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Come on Over to My Place!

Diplomat Ish (front row in sunglasses) and the ESRA visitors

It all began when ESRA Modiin invited Israel's first Bedouin diplomat, Ishmael Khaldi, to come and speak to us in February about his life's work, and to promote his short but fascinating book A Shepherd's Journey. From the many questions he fielded at the end of his talk, it became apparent that the 70 strong audience wanted to know much more. Soin the vein of true Bedouin hospitality, he invited everyone to come to his home village of Khawalid, just north of Haifa, to meet his parents and some of his 11 siblings and see his roots for themselves.

The date, March 31, was set and even the weather was kind to us. Following a week of rain and cold, Thursday dawned bright and clear and a full bus-load of happy Modiiners set sail. The trip north was enhanced by two factors. Itzik, by chance our driver for the day, was full of useful routing suggestions and Cynthia Barmor, co-chair of ESRA Modiin, was a mine of fascinating information about the history of land distribution in Israel from her many years of working at Keren Kayemet LeYisrael (JNF) which she shared with us as we traveled.

On arrival in Khawalid, Ish, as he is called by all, along with his charming parents, Fatmah and Mhimad Khaldi, greeted us in their large home and invited everyone to enjoy a wonderful spread of traditional Bedouin treats, together with tea and coffee with cardamon. He shared with us his visions and frustrations on two levels. The first was on the local level of uplifting his community to share in the advancement of the village and its peoples, and the second was in his work for the government's foreign service, having served in several consular posts overseas. He was particularly excited about his most recent trip to Nigeria and the possibilities it offered Israel. But, of course, neither visions allow him plain sailing. After listening to him for more than an hour, he took us on a walking tour around his village, sharing his obvious passion for the many 'works in progress'.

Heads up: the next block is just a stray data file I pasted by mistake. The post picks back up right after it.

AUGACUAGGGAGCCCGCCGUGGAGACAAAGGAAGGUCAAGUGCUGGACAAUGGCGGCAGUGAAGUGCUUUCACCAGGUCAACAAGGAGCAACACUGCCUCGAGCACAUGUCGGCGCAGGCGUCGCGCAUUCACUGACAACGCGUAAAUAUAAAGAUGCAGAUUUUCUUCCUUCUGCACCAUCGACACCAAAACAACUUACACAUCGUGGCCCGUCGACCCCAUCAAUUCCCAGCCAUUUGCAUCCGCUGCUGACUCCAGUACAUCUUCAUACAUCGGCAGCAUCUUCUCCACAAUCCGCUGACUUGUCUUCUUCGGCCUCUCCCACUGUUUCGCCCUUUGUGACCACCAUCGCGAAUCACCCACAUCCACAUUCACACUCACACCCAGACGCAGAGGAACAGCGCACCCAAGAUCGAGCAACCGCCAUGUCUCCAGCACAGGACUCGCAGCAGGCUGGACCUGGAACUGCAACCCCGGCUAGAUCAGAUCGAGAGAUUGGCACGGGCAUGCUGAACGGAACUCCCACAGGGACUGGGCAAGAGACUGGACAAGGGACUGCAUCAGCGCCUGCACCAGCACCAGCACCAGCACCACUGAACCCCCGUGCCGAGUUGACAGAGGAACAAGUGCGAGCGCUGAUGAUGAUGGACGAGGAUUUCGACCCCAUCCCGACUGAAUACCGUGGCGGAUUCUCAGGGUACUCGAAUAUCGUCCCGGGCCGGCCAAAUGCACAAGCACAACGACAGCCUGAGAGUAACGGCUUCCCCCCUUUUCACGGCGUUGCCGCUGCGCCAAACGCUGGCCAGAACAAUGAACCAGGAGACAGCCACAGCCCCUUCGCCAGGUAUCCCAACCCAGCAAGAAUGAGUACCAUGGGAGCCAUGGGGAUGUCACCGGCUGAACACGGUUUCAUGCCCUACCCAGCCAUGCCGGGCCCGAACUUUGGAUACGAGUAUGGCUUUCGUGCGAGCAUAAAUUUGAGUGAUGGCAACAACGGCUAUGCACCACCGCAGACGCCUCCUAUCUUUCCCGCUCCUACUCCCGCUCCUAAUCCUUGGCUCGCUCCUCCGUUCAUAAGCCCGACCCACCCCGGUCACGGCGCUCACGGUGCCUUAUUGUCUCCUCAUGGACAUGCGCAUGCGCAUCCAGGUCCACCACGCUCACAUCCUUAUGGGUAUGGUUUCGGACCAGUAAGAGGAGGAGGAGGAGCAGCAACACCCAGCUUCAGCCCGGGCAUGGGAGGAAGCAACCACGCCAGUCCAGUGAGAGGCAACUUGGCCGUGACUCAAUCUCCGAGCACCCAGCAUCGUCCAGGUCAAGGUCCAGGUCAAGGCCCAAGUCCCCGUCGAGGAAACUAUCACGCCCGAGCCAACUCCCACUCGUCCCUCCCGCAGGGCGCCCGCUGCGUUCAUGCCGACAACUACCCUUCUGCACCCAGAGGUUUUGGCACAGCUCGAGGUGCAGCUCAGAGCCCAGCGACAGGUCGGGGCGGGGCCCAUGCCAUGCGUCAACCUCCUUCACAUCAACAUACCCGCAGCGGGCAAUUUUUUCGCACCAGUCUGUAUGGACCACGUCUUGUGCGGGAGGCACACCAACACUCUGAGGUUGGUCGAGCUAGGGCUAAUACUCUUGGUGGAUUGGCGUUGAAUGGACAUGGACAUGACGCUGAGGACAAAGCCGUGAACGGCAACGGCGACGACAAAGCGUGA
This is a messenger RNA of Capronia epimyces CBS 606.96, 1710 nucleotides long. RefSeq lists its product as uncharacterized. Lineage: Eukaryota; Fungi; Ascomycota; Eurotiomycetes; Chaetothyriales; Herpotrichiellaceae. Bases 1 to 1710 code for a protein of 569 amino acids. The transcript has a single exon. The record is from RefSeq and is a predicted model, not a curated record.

Forget about the romantic idea of tent - living; there was not a single tent in sight. The whole village of about 500 people live in villas that would grace any city in Israel. The transition from third world to first world seems to have been achieved without foregoing their culture, unlike many Bedouin in the south of Israel. However, Ish personally feels they do not get sufficient recognition or resources from the local regional council. The villagers still raise sheep and goats, as evidenced by a large stock of feed found in the middle of the village but mostly they and Ish's siblings, work in nearby moshavs. He seems to be the only one in his family who went on to higher education, although he is very proud of a niece who is working in airport security at Ben Gurion airport.

After saying farewell to the Khaldi family, we made our way to Givat Ada and enjoyed a most interesting stop at a farm shop famous for its organic olive oil, amongst the purest in the Middle East, and its organic wines. The area provides comfortable picnic facilities where we ate our lunch, drank free tea and coffee, and enjoyed a great farm shop to which most women in the party made a straight beeline.

The group arrived back in Modiin just before 5pm and all agreed that this should be the first of manytrips to be organized by ESRA Modiin. With this in mind, we plan to put out a questionnaire to find the most popular destinations. 



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Monday, 24 June 2024

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